This week's picture prompt was taken by Walter Arnold an American photographer. He calls this one The Pull. It was taken in Salpelo Island, off the coast of the state of Georgia, in the US. This is not the first time his work has been a prompt on Mid-Week Flash, the last time was Week 177, back in December 2020. He takes some wonderful pictures, worth checking out.
A short piece of what I saw when I first looked at this image.
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He gripped the log, having managed to straddle the main limb, and held on for dear life as it was pulled away with the hard tidal water. He knew that it would be pushed back just as strong but he had no choice but to hang on if he wanted to stay alive.
Not one inch of this tiny little island stayed dry during the ocean tide anymore. As the sand had been dragged away so had most of the vegetation, in particular the large trees that had once kept it shaded and allowed other plants to grow.
Perry didn’t know what had brought about the change in the seasonal rotation of the sea. In the three years since he had been stranded on it, he’d mapped the weather and the tides, trying to work out the possibilities of getting off. But four months ago the first of the exceptionally high tides had started, bringing daily floods and washing away his rustic attempt at shelter. The persistent water had started to corrode the bases of the trees, the salt permeating the bark, poisoning them, making them easier to breakdown and drag away.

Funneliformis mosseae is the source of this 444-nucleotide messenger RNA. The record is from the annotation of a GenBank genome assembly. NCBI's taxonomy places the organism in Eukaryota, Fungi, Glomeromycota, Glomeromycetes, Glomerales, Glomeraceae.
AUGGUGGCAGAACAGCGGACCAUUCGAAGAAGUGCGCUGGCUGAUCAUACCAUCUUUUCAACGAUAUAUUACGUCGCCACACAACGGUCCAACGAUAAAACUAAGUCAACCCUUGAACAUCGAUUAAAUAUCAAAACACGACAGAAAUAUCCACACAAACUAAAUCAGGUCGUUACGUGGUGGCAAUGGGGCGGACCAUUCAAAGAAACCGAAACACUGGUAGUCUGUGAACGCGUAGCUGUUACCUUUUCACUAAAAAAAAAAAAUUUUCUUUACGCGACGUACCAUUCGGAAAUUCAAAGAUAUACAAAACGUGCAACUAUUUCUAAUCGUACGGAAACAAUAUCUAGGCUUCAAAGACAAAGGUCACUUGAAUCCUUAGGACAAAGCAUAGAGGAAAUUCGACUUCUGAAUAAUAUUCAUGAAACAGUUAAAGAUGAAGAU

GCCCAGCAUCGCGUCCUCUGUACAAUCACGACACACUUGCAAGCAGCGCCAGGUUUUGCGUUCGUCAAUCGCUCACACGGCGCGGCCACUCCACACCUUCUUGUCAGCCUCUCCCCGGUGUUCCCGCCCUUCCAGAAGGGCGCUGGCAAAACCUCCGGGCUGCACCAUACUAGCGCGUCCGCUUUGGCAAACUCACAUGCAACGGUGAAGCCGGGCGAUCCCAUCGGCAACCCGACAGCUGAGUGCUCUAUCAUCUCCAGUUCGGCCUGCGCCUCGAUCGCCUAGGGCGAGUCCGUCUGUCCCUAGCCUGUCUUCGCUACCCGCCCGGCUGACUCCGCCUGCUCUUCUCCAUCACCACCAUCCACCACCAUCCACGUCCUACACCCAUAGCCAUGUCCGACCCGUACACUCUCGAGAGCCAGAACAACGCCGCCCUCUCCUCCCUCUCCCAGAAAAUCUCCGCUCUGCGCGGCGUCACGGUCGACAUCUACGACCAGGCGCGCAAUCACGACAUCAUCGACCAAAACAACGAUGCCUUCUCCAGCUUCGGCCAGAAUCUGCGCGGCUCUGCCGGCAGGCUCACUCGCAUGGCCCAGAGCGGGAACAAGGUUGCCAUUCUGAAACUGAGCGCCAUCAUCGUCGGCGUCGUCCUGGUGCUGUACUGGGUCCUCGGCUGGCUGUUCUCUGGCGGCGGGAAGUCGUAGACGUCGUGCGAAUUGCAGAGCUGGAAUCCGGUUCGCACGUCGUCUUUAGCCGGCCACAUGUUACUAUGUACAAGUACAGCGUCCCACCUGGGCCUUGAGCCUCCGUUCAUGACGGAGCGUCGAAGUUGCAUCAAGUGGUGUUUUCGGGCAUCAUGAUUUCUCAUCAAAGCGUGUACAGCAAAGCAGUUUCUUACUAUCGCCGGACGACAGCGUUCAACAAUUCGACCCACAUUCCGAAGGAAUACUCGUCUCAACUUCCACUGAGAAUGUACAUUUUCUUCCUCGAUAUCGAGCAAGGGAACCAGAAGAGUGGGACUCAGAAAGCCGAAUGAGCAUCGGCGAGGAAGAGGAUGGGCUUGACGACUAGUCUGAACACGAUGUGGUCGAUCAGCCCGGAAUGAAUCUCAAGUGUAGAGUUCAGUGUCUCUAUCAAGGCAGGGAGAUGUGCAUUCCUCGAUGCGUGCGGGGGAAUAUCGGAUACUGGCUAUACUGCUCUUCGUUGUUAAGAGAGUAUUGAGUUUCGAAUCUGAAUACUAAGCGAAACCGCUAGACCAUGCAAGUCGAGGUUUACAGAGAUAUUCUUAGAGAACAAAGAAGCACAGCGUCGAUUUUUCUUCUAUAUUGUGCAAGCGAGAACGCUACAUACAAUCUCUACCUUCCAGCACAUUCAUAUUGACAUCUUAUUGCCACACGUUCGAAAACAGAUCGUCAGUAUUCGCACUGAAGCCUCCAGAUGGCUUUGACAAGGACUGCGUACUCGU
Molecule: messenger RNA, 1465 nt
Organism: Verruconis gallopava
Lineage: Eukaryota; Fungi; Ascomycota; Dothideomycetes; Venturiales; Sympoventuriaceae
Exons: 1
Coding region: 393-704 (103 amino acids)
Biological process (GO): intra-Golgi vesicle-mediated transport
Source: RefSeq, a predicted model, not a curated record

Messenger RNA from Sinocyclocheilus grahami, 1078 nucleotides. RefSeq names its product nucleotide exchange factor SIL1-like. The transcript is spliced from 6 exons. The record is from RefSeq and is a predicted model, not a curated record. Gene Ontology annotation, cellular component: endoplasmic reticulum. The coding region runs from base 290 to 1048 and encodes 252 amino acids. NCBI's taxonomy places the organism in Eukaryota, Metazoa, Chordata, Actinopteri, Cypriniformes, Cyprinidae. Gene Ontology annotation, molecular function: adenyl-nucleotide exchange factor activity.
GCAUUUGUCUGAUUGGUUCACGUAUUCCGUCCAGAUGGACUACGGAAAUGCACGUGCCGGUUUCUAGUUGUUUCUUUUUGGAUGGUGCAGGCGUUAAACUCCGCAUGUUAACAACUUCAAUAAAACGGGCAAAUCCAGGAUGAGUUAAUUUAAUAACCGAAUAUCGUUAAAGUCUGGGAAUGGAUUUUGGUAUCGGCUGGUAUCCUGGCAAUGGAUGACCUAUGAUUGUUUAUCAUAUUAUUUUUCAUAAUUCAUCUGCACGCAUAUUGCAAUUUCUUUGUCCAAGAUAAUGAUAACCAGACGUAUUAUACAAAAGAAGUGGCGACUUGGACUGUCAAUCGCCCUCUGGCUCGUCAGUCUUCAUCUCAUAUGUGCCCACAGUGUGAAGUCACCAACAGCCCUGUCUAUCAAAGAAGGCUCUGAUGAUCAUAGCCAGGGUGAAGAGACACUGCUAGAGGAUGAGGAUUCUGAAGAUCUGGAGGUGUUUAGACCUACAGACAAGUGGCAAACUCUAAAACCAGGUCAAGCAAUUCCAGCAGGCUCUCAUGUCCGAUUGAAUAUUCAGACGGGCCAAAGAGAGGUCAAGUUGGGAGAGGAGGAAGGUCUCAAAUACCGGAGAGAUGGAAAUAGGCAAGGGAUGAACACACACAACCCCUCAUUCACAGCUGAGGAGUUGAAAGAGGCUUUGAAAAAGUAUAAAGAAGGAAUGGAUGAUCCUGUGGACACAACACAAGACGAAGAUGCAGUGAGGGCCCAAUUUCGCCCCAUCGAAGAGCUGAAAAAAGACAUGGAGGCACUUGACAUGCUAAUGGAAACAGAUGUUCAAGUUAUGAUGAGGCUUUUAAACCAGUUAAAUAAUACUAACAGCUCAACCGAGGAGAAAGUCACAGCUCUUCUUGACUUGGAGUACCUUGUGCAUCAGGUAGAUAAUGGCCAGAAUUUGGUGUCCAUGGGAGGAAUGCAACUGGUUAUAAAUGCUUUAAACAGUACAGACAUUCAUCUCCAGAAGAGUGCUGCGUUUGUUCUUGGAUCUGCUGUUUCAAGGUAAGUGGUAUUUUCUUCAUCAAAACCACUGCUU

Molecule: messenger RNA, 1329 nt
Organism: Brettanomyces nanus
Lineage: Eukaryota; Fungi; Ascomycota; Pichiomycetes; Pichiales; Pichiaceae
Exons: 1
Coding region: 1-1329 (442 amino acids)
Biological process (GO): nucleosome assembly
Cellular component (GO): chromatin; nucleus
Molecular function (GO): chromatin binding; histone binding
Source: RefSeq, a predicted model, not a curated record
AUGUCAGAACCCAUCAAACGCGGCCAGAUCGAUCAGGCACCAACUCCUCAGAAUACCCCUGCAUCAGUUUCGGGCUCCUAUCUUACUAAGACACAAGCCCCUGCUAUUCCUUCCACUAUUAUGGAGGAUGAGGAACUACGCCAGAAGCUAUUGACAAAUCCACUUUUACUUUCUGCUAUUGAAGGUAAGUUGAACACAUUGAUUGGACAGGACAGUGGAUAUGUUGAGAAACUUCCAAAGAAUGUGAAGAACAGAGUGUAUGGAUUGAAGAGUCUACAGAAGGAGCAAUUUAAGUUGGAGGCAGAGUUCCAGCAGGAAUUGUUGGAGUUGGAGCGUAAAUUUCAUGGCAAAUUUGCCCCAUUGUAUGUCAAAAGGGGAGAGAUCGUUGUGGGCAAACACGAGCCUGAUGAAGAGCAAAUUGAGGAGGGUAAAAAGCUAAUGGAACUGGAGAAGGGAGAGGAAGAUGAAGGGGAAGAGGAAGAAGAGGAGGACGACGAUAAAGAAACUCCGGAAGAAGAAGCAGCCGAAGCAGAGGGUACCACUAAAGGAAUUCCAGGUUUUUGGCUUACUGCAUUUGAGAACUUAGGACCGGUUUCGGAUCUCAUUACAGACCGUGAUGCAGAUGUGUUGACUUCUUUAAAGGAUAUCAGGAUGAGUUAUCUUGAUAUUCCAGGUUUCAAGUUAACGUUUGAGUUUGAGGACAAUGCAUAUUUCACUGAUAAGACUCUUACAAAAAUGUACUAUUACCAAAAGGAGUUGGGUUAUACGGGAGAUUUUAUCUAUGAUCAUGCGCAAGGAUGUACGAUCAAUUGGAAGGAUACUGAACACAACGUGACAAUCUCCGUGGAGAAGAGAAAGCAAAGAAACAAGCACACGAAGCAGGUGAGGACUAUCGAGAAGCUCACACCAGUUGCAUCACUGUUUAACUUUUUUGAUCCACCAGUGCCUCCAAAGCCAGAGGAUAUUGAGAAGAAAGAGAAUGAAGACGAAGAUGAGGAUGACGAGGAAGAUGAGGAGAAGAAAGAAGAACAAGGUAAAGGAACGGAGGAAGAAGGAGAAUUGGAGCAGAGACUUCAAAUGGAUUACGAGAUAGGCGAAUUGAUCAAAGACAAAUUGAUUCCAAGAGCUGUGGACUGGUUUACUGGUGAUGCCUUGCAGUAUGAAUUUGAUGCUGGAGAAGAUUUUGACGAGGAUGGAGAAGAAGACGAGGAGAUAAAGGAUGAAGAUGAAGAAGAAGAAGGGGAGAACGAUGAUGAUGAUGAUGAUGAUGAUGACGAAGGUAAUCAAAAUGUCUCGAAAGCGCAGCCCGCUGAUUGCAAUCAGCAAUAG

He scanned the sea, hoping to see any kind of boat or ship on the horizon but there was nothing, as it had been all the years he’d been stuck here; dropped by a malfunctioning plane which had sunk to a watery grave along with its pilot.
Perry considered this could be likened to a rollercoaster ride, like he used to enjoy back home – being thrown back and forth, the water rushing along with the dead tree trunk. But the chances of him losing his life back then were minimal, today they were very real. And even if he did survive this ride, then what? How much longer before he’d died from thirst or hunger? Rains weren’t due for another week or so, if they came, and if they did he had no way to catch the water or keep it. Maybe he’d be better off letting the ocean take him.
But instinct and the innate desire to live held him on the trunk as the movement started to slow and the waters began to recede, the trunk being shoved back into the sand. A respite of a couple of hours before it started again. He wondered if next time the sea might take the trunk once and for all, and him along with it. Part of him could only hope.